Review - Mrs Orwell starring Cressida Bonas at Southwark Playhouse
George Orwell was only 46 when he died from tuberculosis. He’d just published Nineteen Eighty-Four, which went on to be one of his most successful works, and wasn’t able to see the impact he would leave on the world. Had he not fallen ill, who knows what wonders he could have gone on to write.
And boy did he know it. Based on the true story of the author’s last days, Mrs Orwell is set in his private room at University College Hospital. Between coughing into a bedpan and wheezing for breath, Orwell (Peter Hamilton Dyer) insists he has “three worthwhile books” left in him – though in his state it will be impossible for him to write. His plan is to propose to close friend, thirty-something magazine editor Sonia (Cressida Bonas), as she will keep his spirits up and pull him through this bout of illness.
But what would a carefree, single, attractive young woman possible gain from marrying an ill, bedridden man mere months away from death? Money is one reason. Lots and lots of money. In modern stories this may paint her as a gold-digger, and there have been accusations of this throughout the last few decades. But does it matter? Orwell’s wife had died a few years previous, and he would be survived by one son. What use would the money be, and what better use than leaving it to a woman that makes him happy? Bounding around the room when she walks in, Sonia not only makes him feel like a young man again, but a well man.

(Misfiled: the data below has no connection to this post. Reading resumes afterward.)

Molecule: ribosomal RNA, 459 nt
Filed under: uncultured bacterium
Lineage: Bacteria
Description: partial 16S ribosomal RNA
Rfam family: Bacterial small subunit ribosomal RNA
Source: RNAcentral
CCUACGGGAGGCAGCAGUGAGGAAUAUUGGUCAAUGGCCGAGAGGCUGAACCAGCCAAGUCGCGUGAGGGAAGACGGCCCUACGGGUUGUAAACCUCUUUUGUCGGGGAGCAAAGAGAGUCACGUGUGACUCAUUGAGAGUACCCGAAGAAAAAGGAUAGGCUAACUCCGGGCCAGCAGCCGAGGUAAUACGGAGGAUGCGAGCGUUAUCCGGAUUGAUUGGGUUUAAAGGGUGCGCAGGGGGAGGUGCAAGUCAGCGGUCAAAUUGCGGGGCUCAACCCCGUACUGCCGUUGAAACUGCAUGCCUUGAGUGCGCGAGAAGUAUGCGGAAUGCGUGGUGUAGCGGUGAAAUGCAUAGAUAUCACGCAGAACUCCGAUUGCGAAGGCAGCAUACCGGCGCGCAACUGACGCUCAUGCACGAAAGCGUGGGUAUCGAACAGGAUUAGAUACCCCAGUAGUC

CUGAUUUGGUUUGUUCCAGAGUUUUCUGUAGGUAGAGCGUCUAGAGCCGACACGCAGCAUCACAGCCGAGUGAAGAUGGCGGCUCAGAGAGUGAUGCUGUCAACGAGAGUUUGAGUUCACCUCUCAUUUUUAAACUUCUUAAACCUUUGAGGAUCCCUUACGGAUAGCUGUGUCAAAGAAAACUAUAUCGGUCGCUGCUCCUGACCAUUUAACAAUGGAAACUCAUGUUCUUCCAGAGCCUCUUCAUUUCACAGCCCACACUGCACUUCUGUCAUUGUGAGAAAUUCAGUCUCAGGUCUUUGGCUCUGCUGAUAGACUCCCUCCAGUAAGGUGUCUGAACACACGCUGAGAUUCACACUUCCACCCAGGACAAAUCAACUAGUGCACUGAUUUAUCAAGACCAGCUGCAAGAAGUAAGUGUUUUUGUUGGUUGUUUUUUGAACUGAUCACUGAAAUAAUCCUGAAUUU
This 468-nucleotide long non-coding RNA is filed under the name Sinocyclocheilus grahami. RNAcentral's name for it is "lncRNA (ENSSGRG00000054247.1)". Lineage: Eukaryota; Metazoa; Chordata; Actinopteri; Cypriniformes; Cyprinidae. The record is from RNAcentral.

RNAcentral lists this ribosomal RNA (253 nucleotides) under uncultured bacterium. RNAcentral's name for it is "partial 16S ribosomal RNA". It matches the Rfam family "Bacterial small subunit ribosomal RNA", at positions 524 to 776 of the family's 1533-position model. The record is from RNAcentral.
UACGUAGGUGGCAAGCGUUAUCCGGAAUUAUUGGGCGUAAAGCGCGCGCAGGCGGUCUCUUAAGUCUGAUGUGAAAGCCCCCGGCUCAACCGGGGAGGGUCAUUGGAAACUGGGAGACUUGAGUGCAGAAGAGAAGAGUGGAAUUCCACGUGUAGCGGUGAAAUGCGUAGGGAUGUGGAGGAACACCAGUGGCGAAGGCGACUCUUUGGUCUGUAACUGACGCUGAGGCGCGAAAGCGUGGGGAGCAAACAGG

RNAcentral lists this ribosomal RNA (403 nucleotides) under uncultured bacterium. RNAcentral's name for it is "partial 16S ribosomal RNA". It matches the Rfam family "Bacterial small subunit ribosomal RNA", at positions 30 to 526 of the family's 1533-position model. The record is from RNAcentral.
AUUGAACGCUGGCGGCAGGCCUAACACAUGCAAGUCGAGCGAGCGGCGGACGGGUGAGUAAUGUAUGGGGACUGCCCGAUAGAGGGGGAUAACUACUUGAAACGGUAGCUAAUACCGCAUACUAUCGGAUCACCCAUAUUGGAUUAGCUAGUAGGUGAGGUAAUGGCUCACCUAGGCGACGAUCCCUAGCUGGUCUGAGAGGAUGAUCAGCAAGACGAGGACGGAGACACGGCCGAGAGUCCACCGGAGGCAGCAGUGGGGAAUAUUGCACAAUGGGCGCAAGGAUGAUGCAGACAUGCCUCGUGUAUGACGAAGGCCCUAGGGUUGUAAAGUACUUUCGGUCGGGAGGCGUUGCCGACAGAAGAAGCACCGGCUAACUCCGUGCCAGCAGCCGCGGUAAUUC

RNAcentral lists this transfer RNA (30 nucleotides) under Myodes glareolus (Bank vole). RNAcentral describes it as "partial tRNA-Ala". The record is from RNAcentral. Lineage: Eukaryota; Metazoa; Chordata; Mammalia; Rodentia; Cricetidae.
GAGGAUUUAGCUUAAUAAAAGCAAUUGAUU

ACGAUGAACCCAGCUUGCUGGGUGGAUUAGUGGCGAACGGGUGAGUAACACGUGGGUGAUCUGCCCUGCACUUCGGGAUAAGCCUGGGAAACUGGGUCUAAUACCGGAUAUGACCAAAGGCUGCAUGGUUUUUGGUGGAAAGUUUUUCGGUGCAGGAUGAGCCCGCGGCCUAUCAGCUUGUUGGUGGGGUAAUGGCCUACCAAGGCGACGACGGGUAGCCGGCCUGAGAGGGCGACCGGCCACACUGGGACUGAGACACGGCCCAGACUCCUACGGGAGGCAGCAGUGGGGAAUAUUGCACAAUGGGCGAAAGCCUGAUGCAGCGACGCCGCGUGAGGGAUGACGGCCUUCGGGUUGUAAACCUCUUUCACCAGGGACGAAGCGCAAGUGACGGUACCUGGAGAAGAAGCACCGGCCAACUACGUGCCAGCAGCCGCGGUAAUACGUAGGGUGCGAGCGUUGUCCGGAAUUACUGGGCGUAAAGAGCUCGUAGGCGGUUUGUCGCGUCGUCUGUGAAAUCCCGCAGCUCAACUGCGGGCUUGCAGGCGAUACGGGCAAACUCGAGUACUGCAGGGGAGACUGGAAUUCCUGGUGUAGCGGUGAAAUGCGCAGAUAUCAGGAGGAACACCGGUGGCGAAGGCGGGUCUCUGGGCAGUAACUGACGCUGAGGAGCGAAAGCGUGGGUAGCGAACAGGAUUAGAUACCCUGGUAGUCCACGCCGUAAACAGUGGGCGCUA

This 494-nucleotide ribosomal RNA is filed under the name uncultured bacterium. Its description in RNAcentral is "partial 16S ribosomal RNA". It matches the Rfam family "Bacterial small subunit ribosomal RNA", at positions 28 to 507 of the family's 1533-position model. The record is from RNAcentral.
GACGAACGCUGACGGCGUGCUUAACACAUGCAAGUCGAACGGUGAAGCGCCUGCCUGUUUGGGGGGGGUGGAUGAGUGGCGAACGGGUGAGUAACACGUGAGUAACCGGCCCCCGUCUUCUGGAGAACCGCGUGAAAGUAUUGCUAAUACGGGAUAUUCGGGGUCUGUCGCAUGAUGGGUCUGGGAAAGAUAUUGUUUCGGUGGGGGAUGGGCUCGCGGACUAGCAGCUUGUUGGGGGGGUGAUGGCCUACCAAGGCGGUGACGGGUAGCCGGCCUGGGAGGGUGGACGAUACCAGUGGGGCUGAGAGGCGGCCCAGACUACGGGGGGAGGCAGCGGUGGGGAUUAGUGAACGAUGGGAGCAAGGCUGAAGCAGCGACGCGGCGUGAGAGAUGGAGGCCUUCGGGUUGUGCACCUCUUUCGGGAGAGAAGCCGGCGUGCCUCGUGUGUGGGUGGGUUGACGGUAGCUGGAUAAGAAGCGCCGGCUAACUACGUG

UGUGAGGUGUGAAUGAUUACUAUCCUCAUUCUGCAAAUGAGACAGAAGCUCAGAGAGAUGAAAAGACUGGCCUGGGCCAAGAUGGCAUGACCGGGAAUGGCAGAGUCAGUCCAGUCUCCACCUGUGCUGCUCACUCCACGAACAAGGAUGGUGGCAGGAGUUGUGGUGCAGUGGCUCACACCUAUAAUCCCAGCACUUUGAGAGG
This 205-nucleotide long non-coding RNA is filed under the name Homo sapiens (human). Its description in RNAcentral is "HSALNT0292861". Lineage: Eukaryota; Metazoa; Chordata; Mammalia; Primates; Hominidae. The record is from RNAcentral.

She, more than anyone it seems, understands just how clever George was, and what he has got left to give. She honestly believes in those final three books, and the power they could have. If they are to wed, and if it were to keep him alive, she’d be doing her bit for the books the world deserves.
The sticking point for me is the introduction of the artist Lucian Freud (Edmund Digby Jones). He is present to draw a portrait of Orwell, and cannot understand why Sonia would marry the author. With a healthy edge of creep about him, he seduces Sonia, but I don’t believe anyone would fall for the like “I believe all women should smell like c**t”. Brash writing that could have been picked straight out of the satirical My Dad Made a Porno podcast series.
Hamilton Dyer is excellent as Mr Orwell. A real canny lookalike, he brings out the frustrations of a restricted man whose genius is reaching its peak. The delight on his face when Sonia steps in make him a younger man, like a teenager, but he does the moments of absolute pain justice, too. Bonas is also excellent as the titular Mrs Orwell.
I would have liked to have seen more done with the set – behind the bedroom is a corridor, mic’d up so we can hear the conversations Orwell’s nurses friends and widow-in-waiting are having. It’s utilised somewhat, but it’s a clever idea and perhaps should have been utilised.
All in all, it’s a fine production. An interesting evening of insight for anyone interested in Orwell’s life.